Yet to live is to risk. In God’s appointed order time pushes us on, through crossroad after crossroad where we must take risks in order to obey, and when we reach the Celestial City, we will not be asked how studiously we avoided risks.  This applies even to risks of sin. To avoid risk is not to avoid sin.  In Galatians 6:1, Paul directs us to risk sin in order to help a brother.  Every act of obedience carries with it a risk of sin.  The risk is unavoidable, and we aren’t too busy ourselves avoiding it.  We are to obey with open eyes, watching ourselves lest we be tempted.

If we fear the Master, thinking Him a hard man, he will try us by our own words and ask why we did not invest his gifts in the necessary risks, risking failure to give him a return.  There will be, he has told us, those who come cringing out holding the gift returned, unrisked, unprofitable.  He may well say to them on that day:
“I gave you a task, I have you my Truth, my Spirit, my gifts, and you did not use them to pray with your every action that my Father’s will would be done on earth as in heaven; you did not use them to cry out against murder and mayhem, to follow your master in driving out Beelzebub and destroying his works.”

Action, obedience, is risky.  Our judgment is never guaranteed to be perfect – it is true that with crying out against murder and oppression comes the risk of sin, yet not to do this comes with risk as well! A great and terrible risk: to neglect the command to love our neighbor as ourselves, to fail to take into account the weightier matters of the law.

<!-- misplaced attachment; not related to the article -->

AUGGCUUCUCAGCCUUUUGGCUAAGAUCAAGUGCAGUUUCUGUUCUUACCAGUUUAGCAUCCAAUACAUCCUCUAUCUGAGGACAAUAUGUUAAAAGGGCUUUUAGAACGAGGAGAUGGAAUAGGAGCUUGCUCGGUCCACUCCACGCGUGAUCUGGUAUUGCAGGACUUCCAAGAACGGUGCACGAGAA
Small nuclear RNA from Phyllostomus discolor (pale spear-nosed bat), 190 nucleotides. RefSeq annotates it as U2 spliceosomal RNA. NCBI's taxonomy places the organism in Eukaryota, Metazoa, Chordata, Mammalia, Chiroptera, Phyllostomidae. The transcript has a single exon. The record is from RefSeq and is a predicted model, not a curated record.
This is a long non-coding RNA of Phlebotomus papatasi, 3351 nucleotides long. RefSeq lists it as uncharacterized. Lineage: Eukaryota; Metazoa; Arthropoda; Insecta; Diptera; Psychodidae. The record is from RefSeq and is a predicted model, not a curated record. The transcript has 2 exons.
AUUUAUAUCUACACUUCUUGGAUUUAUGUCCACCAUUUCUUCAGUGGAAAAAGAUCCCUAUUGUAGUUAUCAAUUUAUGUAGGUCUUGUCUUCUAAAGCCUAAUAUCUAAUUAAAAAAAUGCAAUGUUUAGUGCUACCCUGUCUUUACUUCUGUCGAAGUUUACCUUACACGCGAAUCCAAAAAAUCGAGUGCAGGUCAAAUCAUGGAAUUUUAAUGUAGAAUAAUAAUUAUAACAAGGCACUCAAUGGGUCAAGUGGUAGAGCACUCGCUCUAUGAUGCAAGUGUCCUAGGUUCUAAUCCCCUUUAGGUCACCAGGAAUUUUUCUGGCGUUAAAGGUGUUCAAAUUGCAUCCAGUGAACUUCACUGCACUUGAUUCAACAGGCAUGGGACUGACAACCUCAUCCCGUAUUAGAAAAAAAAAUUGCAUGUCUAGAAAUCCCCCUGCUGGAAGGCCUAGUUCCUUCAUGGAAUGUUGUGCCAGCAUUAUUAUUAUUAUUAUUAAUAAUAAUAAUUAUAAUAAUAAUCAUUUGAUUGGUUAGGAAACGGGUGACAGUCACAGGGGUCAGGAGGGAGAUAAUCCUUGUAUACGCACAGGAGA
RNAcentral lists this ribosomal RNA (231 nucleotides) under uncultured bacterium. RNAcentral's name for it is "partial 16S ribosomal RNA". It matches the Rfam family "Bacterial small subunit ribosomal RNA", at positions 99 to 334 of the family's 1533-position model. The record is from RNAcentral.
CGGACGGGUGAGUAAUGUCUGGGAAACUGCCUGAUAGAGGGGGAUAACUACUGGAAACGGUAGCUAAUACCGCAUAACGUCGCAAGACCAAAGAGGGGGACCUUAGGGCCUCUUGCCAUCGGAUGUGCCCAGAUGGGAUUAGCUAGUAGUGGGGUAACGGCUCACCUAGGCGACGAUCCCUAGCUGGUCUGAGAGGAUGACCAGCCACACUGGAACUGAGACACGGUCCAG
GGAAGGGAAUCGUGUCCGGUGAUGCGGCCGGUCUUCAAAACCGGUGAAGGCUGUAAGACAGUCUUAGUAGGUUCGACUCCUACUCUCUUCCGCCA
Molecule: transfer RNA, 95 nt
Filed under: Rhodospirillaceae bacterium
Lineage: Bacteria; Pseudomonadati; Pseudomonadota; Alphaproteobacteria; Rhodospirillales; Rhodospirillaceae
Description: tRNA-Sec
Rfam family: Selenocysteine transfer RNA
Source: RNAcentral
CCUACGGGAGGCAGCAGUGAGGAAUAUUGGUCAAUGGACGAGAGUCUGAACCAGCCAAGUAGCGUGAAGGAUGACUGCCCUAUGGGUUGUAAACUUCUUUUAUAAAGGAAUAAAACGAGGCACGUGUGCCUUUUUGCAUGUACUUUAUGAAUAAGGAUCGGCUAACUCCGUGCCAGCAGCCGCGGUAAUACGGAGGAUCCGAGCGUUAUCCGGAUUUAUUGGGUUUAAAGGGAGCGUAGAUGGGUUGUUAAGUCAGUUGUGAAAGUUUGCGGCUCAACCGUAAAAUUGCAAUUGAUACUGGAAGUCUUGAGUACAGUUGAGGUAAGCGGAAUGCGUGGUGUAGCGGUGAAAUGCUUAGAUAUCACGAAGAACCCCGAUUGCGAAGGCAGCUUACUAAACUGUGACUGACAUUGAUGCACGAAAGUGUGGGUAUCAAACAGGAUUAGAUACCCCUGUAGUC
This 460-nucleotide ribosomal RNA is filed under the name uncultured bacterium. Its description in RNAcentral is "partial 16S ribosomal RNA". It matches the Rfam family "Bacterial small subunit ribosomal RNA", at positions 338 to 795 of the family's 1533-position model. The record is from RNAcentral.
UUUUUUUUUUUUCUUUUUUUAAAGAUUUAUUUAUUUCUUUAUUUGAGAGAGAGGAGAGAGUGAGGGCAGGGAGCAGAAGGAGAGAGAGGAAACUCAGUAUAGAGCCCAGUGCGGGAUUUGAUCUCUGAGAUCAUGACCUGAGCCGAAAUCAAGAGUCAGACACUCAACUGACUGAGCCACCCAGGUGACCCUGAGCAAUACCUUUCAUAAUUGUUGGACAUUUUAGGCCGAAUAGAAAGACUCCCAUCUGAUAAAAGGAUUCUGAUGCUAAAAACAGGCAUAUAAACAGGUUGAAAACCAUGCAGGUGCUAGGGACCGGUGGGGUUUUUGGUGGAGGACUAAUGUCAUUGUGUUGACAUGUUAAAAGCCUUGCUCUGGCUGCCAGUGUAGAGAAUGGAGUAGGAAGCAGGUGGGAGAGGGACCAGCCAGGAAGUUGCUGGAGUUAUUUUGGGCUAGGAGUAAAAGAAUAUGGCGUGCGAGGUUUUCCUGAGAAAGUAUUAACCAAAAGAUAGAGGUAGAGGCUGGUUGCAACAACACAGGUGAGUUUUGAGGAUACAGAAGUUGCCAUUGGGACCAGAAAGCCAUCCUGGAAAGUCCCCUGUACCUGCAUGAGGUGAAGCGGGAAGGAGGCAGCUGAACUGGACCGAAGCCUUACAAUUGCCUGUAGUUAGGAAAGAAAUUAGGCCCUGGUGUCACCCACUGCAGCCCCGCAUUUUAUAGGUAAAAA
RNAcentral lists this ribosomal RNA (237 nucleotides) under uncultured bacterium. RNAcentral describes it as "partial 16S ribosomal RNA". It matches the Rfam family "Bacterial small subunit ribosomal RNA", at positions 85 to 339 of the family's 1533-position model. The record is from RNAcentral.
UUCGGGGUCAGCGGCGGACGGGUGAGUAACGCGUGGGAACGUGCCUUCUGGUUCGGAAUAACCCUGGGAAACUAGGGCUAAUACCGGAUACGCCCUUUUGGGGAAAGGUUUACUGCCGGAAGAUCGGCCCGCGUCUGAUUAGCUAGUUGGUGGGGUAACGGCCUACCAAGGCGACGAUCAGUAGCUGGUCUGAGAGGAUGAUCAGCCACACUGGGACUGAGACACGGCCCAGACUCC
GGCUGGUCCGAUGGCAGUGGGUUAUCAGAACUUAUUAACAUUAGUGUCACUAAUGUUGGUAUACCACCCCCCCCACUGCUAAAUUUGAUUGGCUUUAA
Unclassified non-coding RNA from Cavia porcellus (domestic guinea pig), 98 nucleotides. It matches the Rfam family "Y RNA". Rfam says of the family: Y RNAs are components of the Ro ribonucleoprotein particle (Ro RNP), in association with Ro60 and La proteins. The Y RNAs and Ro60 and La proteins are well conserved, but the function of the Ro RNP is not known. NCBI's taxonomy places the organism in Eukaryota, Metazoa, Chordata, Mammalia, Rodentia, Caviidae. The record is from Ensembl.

There is something further. I suspect that what prompts so many to point out the risk taken by abolitionists is not a genuine fear of the possibility of unrighteous judging.  I am afraid that it might be something less noble, less spiritual – that it might be the fear of man, the fear of contradicting the spirit of the age and facing a dragon’s wrath.  They know that the dragon only pursues those who keep the commandments of God as well as the testimony of Jesus (Rev. 12:7), and this makes them not very eager to keep those commands. 

In short, I am afraid that this is in many cases nothing but cowardice.  Now I sympathize with those who fear man, I have felt that fear myself.  We are commanded to have mercy on those who doubt.  Yet we are, at the end of the day, not those who shrink back and are destroyed - but those who believe and are saved.  The coward has no lasting refuge in inaction; we know this and have a sobering warning from our Lord.  Turn to the twenty-first chapter of Revelation and read; in the list of those who have not conquered, the cowardly who shrunk so studiously from risk and the fear of public scorn will have the reward for their great care: their portion in the lake of fire, along with the faithless, the detestable, murderers, the sexually immoral, sorcerers, idolaters, and all liars.

And what of those who risked, watching themselves to remain unstained yet always striving towards the upward call of God in Christ Jesus, keeping His word? “The one who conquers will have this heritage, and I will be his God and he will be my son.”